Two of Australia's most prominent whistleblowers are calling for the new government to urgently beef up protections for people shining a light on wrongdoing, warning it remains a "dangerous" choice for many would-be whistleblowers.
It is expected the federal government will introduce its much-anticipated national anti-corruption commission bill this week as crossbenchers demand the proposed legislation include stronger whistleblower protections.
Former Australian Defence Force lawyer, David McBride, who exposed alleged war crimes in Afghanistan, welcomed the integrity body as a "great step" but cautioned those who come forward still faced a long and difficult road without support avenues.
Eminent Canberra lawyer, Bernard Collaery, who until recently, was pursued by the Commonwealth for his role in shedding light on the Timor-Leste bugging saga, agreed additional tweaks were also needed for national security matters.
The Albanese government will bring the anti-corruption model to the lower house on Wednesday as it takes its first steps toward delivering the key election promise.
But Attorney-General Mark Dreyfus has promised whistleblower protection reforms would be unveiled in the "coming months" and he was considering calls to establish a dedicated protection authority.
The public interest disclosure law, first introduced by Mr Dreyfus in 2013, has been heavily criticised by experts for being too legally complex and limited in offering support avenues, ultimately failing those who do come forward.
Mr McBride said without those issues being addressed first, the proposed federal ICAC would leave would-be disclosers with a tough - even "dangerous" - choice to make in the interim.
The former Army lawyer is being prosecuted by the Commonwealth for leaking a series of confidential documents to ABC journalists, which led to an investigative report revealing the war crime allegations.
His case, along with that of Australian Taxation Office whistleblower Richard Boyle, remain a deterrent to others seeking to reveal wrongdoing, he said.
"It's not at all a safe environment for whistleblowers," Mr McBride told The Canberra Times.
"But it's important that we put on a brave face because future whistleblowers are watching us.
"Other people will hopefully come after us and it will be easier for them."
Details of the anti-corruption model the Albanese government will put forward are yet to be revealed but it's expected the Public Interest Disclosure Act will be used to protect those who come forward against reprisals, such as being sacked.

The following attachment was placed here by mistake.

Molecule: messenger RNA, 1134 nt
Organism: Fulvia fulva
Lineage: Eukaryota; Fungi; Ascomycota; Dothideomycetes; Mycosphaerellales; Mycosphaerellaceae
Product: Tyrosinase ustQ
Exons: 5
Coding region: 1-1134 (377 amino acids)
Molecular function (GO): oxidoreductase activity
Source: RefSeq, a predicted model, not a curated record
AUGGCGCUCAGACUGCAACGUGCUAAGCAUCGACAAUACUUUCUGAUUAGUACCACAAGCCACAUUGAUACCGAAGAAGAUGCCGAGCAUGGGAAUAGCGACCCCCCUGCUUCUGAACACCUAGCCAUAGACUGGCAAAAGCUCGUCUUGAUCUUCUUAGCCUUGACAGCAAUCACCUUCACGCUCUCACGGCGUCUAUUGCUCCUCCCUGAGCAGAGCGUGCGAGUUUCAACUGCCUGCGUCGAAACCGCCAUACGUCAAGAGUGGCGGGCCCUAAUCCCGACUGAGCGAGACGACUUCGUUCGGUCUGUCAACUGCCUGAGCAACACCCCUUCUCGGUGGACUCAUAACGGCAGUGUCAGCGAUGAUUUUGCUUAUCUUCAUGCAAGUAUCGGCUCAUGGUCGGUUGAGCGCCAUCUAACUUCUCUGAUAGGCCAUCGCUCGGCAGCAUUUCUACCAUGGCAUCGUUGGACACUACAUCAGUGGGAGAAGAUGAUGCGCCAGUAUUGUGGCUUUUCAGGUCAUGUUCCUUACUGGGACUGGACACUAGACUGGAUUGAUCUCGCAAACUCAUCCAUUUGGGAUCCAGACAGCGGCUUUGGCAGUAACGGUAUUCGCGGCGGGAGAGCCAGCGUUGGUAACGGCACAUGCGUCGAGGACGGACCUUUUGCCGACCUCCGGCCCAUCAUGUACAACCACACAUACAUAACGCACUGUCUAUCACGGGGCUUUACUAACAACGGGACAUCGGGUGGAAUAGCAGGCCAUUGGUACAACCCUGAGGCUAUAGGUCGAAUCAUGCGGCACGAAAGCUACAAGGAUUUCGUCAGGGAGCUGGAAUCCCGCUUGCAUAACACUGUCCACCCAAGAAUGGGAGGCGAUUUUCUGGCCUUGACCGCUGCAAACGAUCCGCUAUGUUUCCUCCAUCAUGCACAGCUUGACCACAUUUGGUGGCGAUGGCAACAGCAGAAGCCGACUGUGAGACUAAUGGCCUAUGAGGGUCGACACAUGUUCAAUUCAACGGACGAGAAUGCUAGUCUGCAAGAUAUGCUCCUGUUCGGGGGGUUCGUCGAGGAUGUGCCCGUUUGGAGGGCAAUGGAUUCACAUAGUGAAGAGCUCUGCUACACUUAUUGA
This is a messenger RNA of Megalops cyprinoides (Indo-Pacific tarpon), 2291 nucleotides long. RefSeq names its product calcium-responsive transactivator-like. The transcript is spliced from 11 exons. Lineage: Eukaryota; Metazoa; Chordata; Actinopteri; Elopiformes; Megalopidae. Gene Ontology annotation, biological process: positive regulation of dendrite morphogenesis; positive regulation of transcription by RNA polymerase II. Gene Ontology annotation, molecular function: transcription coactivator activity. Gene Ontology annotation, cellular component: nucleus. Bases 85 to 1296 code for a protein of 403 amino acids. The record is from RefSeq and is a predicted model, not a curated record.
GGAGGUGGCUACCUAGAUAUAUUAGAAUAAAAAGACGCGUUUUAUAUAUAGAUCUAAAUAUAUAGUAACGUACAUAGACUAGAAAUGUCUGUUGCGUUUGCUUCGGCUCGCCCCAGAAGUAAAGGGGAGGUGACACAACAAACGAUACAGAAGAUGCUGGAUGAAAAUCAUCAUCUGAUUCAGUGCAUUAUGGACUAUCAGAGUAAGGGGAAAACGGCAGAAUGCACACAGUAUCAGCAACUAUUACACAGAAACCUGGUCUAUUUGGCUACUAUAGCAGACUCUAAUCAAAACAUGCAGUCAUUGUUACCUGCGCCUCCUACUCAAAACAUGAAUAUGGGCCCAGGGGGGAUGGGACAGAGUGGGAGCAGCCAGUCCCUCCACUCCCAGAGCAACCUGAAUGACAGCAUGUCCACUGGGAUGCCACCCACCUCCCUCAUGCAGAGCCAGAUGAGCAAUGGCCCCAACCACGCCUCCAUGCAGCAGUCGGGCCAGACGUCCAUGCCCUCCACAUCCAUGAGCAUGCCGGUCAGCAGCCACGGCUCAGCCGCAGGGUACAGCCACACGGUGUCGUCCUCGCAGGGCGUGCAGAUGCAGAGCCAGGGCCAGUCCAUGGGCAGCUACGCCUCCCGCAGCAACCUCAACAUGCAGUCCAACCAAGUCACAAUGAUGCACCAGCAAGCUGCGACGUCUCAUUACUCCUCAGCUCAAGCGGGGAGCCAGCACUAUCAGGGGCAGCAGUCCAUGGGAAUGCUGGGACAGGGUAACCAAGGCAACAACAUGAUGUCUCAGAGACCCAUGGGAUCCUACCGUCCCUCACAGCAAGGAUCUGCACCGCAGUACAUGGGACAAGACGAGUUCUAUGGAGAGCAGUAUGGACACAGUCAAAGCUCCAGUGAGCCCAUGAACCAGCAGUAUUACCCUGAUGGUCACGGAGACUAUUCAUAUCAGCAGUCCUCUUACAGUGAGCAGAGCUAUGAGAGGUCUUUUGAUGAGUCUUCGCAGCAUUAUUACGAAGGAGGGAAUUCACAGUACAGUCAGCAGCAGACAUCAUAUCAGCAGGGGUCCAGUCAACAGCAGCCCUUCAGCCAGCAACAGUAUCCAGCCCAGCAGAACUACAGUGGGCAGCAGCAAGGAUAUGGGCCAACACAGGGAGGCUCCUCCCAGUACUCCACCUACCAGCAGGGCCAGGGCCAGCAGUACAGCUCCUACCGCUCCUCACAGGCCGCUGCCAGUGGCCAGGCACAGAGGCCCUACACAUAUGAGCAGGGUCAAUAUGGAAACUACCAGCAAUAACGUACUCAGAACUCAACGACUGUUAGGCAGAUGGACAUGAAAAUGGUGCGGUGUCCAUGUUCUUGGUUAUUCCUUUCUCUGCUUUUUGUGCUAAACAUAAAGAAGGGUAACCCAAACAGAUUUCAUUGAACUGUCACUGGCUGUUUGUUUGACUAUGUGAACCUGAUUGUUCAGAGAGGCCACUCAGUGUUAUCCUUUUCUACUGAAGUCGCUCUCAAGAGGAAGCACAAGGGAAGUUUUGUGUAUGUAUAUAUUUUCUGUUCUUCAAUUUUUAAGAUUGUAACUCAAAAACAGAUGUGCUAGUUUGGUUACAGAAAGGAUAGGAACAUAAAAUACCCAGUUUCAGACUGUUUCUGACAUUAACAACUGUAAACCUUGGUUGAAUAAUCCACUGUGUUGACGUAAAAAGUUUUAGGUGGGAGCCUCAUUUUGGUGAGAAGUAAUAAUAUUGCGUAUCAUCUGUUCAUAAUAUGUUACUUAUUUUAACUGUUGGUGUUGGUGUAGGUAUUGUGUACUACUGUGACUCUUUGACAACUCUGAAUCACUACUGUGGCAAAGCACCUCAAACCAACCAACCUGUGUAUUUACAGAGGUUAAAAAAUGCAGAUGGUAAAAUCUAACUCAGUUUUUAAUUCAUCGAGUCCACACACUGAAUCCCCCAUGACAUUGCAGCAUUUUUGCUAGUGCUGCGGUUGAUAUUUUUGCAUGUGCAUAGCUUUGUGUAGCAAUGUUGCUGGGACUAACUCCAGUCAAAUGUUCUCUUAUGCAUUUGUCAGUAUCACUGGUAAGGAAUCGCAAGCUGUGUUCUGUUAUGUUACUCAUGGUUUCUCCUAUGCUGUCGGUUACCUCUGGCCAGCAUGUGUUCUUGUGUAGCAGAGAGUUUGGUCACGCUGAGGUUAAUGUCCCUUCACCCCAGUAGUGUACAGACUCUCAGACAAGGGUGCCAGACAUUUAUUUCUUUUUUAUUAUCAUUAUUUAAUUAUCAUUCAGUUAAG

Views differ among integrity advocates on the urgency of reform but integrity expert, and Transparency International Australia board member, Professor AJ Brown said the disclosure laws would be sufficient for now.
"The NACC should be added from the word go to make [the protections] quite clear," he said.
"So as long as it takes to to reform the PID Act and to get a whistleblower protection commissioner, at least the current regime will apply."
However, Mr McBride, who is looking to defend against the charges by arguing his actions were justified under the Public Interest Disclosure Act, said the existing process was totally unworkable.
Instead, the formation of a dedicated whistleblower protection authority would provide a "breath of fresh air" for truth-tellers.
The lack of such a system, he said, is what led him to taking his findings to the last resort - the media.
"There's a gap in the law where there is nowhere for people within organisations ... can get an independent body to look at their problem," Mr McBride said.
"The problem with internal complaints is that they end up being judged by the people that you're complaining about."
The sentiment is backed up by Mr Collaery, who said a similar model - a well-funded and truly independent watchdog - was crucial for national security matters as well.
"The intelligence agencies obviously require very careful public interest disclosure protections. Much of the agency's work genuinely requires protection from public disclosure," Mr Collaery told The Canberra Times.
"There has to be the creation of a specialist panel of neither directly nor indirectly involved parties in screening such complaints."
Mr McBride is expecting his case will be tested in the courts, where he hopes the outcome will justify the past half decade since his public disclosure.
But he remains concerned his story, and those of other high-profile whistleblowers, will make those considering coming forward to any new anti-corruption watchdogs think twice.
"Richard Boyle and I have been pretty well resourced and Bernard is a very well-respected lawyer," he said.
"But even if we get through it, other people will be going 'shit, that's a bit of a long road'.
"It's by no means an easy road for whistleblowers, whether there's an ICAC or not."
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